27 May 2014

Pieter Brueghel's village lawyer, 1615.

I love 17th and C18th art that made commentary on social issues in the communities where the artists lived. William Hogarth (1697-1764), for example, documented the seamy side of life in England, firing off his artistic bullets against corrupt politic­ians, negligent mothers, sleazy men who seduced gullible young women and alcoholics. In his satir­es, he swore that the political and social references were real but that the faces did not refer to anyone in particular.

Even the well heeled gentlemen in their private club (see the painting A Midnight Modern Conversation below) were falling apart under the influence of alcohol. Hogarth was not displaying the “imperturbable grace and goodness of an England built on land and trade”, but more subversively the vomit-inducing excess of a nation addicted to booze.

Pieter Brueghel the Younger (1565-1638), born in Brussels and educated in Antwerp, was not known as a satirist and political commentator. So what do we make of his painting The Village Lawyer, painted in 1615? According to the European Fine Art Fair notes, the village lawyer was depicted as smugly reading petitions in his chaotic office. In the meantime, the peasants were queuing up to pay their fees with farm produce in lieu of cold, hard cash.

Pieter Brueghel the Younger
The Village Lawyer, 1615
75 cm x 125 cm
Museum of Fine Arts, Ghent

But I am not sure that the lawyer was smug or that the peasants were serviced perfunctorily. The scribe in the background was depicted as working very hard on the tasks set by the lawyer, and the peasants seemed respectful and patient. What was needed more than anything in this lawyer's office was an efficient filing system for the masses of papers on the floor, the desk, up on the shelves and tucked into the eaves.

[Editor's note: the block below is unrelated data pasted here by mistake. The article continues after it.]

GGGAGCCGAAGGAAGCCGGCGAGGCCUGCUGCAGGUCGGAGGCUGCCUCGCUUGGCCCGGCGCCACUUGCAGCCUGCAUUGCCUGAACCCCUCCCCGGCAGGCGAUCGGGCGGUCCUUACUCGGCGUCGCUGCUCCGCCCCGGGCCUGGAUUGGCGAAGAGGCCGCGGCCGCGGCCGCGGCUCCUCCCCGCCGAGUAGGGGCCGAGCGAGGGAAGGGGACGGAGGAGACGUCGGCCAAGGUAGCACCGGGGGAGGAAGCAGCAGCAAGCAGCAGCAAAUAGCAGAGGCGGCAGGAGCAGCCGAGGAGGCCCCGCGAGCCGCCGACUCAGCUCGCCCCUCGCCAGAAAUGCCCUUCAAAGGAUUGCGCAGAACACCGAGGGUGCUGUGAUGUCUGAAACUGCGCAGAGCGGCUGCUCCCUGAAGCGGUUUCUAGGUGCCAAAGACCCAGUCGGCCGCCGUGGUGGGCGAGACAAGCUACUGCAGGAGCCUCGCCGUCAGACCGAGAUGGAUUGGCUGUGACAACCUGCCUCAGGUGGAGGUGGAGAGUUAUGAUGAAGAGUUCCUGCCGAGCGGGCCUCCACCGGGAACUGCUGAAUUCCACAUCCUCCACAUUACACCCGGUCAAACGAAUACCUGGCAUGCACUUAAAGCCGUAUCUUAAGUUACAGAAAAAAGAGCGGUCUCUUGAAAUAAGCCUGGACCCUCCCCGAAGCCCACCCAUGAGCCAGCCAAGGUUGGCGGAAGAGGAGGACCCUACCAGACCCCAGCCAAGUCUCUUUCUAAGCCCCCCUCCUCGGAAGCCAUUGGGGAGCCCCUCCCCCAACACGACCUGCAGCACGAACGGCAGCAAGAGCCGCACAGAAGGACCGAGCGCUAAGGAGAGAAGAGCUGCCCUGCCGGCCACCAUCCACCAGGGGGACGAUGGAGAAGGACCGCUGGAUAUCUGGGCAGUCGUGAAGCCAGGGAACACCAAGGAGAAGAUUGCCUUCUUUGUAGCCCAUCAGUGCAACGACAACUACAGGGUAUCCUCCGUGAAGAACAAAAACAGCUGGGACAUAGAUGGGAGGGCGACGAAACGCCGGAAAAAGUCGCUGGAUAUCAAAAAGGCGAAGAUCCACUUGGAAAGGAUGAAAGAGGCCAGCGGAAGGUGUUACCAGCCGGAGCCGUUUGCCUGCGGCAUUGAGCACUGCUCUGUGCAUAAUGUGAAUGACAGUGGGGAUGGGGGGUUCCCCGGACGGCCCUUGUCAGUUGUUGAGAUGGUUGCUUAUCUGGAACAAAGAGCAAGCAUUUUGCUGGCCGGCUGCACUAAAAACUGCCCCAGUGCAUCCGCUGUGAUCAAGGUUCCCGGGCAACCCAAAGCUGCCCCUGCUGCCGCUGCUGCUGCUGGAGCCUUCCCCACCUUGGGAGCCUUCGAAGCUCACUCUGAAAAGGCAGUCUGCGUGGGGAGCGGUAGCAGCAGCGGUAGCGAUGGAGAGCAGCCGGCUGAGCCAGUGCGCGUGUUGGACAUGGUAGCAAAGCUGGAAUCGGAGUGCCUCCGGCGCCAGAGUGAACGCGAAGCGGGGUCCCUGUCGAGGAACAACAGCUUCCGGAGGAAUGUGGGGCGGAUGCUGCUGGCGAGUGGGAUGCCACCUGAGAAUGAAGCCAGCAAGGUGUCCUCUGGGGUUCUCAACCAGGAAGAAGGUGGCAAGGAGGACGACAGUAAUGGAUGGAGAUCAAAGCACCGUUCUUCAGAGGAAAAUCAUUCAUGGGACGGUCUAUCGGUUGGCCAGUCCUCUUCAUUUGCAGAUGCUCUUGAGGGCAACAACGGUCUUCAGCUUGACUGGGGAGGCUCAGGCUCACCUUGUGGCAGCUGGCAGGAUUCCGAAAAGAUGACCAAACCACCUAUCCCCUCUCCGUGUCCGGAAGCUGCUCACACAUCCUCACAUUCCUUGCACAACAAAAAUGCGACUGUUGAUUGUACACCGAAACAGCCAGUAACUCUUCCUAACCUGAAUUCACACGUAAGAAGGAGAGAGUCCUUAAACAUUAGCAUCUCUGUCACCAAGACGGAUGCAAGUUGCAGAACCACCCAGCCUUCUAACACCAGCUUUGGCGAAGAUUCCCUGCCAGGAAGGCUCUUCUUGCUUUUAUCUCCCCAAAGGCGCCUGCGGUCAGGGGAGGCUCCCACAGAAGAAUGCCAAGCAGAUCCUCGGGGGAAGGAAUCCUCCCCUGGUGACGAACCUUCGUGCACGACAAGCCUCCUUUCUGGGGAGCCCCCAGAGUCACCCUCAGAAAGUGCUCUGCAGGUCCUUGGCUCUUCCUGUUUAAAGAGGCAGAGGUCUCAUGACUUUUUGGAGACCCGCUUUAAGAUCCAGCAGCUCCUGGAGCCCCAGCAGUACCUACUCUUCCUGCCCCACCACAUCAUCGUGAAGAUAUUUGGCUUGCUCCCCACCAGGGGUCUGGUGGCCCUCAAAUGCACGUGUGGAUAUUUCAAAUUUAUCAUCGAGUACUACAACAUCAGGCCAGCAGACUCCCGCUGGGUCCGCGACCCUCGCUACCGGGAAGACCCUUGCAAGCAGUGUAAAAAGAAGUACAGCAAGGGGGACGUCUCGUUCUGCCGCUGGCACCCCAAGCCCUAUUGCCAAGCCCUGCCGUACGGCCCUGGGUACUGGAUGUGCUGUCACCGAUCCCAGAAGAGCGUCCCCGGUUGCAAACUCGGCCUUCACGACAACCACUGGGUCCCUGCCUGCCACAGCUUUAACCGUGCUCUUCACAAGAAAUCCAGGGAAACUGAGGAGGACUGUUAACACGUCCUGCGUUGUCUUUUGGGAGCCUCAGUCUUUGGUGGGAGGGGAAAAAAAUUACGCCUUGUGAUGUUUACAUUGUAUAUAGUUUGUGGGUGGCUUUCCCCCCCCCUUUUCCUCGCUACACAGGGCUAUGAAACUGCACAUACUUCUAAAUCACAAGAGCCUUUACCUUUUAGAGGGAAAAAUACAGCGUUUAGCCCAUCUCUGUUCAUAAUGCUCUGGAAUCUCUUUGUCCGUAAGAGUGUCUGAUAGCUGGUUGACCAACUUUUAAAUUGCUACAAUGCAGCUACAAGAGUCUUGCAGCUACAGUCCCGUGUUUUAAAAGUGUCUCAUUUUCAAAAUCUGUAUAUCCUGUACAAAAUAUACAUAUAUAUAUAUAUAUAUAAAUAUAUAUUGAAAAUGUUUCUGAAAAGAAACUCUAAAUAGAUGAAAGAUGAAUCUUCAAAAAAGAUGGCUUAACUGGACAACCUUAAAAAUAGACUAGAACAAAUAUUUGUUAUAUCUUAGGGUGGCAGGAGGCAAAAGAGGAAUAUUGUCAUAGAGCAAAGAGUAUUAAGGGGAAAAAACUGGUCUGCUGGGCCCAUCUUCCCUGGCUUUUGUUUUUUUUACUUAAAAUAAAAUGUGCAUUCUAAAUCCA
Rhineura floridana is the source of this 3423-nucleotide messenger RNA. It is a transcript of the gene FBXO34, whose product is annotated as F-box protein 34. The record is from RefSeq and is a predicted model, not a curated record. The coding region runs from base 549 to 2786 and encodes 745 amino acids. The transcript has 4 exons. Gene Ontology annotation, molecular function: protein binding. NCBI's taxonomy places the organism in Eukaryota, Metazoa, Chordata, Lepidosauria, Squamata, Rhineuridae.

One last thought. Pieter Brueghel II's genre paintings of peasants may well have lacked his father's (Pieter Brueghel I) subtlety and humanism, but perhaps the son emphasised the picturesque on purpose. The moral message of The Village Lawyer could be that it does indeed display the oafish simplicity of the Flemish peasantry, but not out of the artist's sense of elitism. Perhaps the artist both loved his peasant friends and recognised their limitations.


Who were these village lawyers? In Europe the first univerties in Italy, France and England gave students the choice of arts, canon and civil law, medicine and theology. And we know that Law only became a formal profession with clear educational require­ments by the 13th and 14th centuries, and probably later.

Canon lawyers served the church and were not often seen by ordinary citizens.

But civil law was the stuff of everyday life – the writing and execution of wills; conveyancing i.e the drafting of documents for property transactions; labour and other contracts; and defending people charged with petty and more serious crimes. Civil-law notaries drafted and recorded legal instruments for private parties, provided legal advice and gave attendance in person, usually on a fee-for-service basis. Every citizen would have needed, at some time during their life, access to a local lawyer. So men working in civil law would almost always be amongst the elite of the town’s population, educated, well paid and living in decent housing.